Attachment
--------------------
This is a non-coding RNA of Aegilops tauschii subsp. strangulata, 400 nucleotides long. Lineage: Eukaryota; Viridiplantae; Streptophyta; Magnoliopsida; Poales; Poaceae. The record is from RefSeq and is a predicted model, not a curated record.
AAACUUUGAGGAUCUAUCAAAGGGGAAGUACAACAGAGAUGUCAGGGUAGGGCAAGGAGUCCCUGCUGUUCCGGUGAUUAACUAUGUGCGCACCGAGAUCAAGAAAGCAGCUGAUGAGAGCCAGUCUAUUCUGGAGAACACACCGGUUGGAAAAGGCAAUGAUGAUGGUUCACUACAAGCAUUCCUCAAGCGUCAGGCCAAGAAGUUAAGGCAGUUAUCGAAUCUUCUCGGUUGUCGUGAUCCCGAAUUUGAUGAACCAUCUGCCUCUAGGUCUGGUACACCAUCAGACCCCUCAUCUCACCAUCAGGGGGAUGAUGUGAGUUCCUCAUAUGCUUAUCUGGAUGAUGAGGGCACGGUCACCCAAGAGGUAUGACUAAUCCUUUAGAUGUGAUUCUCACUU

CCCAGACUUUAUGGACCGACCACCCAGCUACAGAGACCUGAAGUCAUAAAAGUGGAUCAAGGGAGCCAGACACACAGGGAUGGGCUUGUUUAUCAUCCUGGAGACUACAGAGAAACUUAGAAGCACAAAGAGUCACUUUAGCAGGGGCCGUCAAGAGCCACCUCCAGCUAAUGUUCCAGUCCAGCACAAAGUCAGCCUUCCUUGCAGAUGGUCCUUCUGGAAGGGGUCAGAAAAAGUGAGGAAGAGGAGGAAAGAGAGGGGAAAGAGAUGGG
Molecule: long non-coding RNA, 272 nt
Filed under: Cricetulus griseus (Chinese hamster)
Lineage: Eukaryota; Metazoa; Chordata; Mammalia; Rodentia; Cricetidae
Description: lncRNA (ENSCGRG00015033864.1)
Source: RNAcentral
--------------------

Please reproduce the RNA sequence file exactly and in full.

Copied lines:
This is a non-coding RNA of Aegilops tauschii subsp. strangulata, 400 nucleotides long. Lineage: Eukaryota; Viridiplantae; Streptophyta; Magnoliopsida; Poales; Poaceae. The record is from RefSeq and is a predicted model, not a curated record.
AAACUUUGAGGAUCUAUCAAAGGGGAAGUACAACAGAGAUGUCAGGGUAGGGCAAGGAGUCCCUGCUGUUCCGGUGAUUAACUAUGUGCGCACCGAGAUCAAGAAAGCAGCUGAUGAGAGCCAGUCUAUUCUGGAGAACACACCGGUUGGAAAAGGCAAUGAUGAUGGUUCACUACAAGCAUUCCUCAAGCGUCAGGCCAAGAAGUUAAGGCAGUUAUCGAAUCUUCUCGGUUGUCGUGAUCCCGAAUUUGAUGAACCAUCUGCCUCUAGGUCUGGUACACCAUCAGACCCCUCAUCUCACCAUCAGGGGGAUGAUGUGAGUUCCUCAUAUGCUUAUCUGGAUGAUGAGGGCACGGUCACCCAAGAGGUAUGACUAAUCCUUUAGAUGUGAUUCUCACUU

CCCAGACUUUAUGGACCGACCACCCAGCUACAGAGACCUGAAGUCAUAAAAGUGGAUCAAGGGAGCCAGACACACAGGGAUGGGCUUGUUUAUCAUCCUGGAGACUACAGAGAAACUUAGAAGCACAAAGAGUCACUUUAGCAGGGGCCGUCAAGAGCCACCUCCAGCUAAUGUUCCAGUCCAGCACAAAGUCAGCCUUCCUUGCAGAUGGUCCUUCUGGAAGGGGUCAGAAAAAGUGAGGAAGAGGAGGAAAGAGAGGGGAAAGAGAUGGG
Molecule: long non-coding RNA, 272 nt
Filed under: Cricetulus griseus (Chinese hamster)
Lineage: Eukaryota; Metazoa; Chordata; Mammalia; Rodentia; Cricetidae
Description: lncRNA (ENSCGRG00015033864.1)
Source: RNAcentral